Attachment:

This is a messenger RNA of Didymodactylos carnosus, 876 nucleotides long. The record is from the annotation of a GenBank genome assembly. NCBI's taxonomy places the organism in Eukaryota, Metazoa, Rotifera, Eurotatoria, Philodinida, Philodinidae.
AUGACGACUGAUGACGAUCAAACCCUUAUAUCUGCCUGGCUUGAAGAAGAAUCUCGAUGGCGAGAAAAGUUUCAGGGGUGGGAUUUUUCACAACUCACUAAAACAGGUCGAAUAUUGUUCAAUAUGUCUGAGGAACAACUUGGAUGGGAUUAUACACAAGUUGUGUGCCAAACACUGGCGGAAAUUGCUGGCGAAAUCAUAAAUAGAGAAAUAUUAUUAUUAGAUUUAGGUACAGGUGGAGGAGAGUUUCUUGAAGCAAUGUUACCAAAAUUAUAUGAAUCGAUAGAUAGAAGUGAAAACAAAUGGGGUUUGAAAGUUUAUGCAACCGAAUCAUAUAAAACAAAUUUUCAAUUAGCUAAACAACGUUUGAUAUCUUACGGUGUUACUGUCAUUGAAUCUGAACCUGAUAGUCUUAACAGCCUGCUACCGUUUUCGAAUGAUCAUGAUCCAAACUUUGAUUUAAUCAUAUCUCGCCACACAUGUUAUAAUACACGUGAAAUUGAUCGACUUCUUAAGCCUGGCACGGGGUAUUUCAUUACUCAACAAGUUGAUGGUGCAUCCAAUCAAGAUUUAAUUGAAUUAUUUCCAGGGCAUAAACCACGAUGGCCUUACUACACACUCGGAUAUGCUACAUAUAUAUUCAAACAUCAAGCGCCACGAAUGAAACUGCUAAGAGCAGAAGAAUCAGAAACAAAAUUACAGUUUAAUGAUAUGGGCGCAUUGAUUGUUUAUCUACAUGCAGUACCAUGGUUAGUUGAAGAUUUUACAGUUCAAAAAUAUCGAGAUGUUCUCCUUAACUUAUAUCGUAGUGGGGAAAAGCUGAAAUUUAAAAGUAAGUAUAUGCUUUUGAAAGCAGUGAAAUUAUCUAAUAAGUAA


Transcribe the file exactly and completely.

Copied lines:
This is a messenger RNA of Didymodactylos carnosus, 876 nucleotides long. The record is from the annotation of a GenBank genome assembly. NCBI's taxonomy places the organism in Eukaryota, Metazoa, Rotifera, Eurotatoria, Philodinida, Philodinidae.
AUGACGACUGAUGACGAUCAAACCCUUAUAUCUGCCUGGCUUGAAGAAGAAUCUCGAUGGCGAGAAAAGUUUCAGGGGUGGGAUUUUUCACAACUCACUAAAACAGGUCGAAUAUUGUUCAAUAUGUCUGAGGAACAACUUGGAUGGGAUUAUACACAAGUUGUGUGCCAAACACUGGCGGAAAUUGCUGGCGAAAUCAUAAAUAGAGAAAUAUUAUUAUUAGAUUUAGGUACAGGUGGAGGAGAGUUUCUUGAAGCAAUGUUACCAAAAUUAUAUGAAUCGAUAGAUAGAAGUGAAAACAAAUGGGGUUUGAAAGUUUAUGCAACCGAAUCAUAUAAAACAAAUUUUCAAUUAGCUAAACAACGUUUGAUAUCUUACGGUGUUACUGUCAUUGAAUCUGAACCUGAUAGUCUUAACAGCCUGCUACCGUUUUCGAAUGAUCAUGAUCCAAACUUUGAUUUAAUCAUAUCUCGCCACACAUGUUAUAAUACACGUGAAAUUGAUCGACUUCUUAAGCCUGGCACGGGGUAUUUCAUUACUCAACAAGUUGAUGGUGCAUCCAAUCAAGAUUUAAUUGAAUUAUUUCCAGGGCAUAAACCACGAUGGCCUUACUACACACUCGGAUAUGCUACAUAUAUAUUCAAACAUCAAGCGCCACGAAUGAAACUGCUAAGAGCAGAAGAAUCAGAAACAAAAUUACAGUUUAAUGAUAUGGGCGCAUUGAUUGUUUAUCUACAUGCAGUACCAUGGUUAGUUGAAGAUUUUACAGUUCAAAAAUAUCGAGAUGUUCUCCUUAACUUAUAUCGUAGUGGGGAAAAGCUGAAAUUUAAAAGUAAGUAUAUGCUUUUGAAAGCAGUGAAAUUAUCUAAUAAGUAA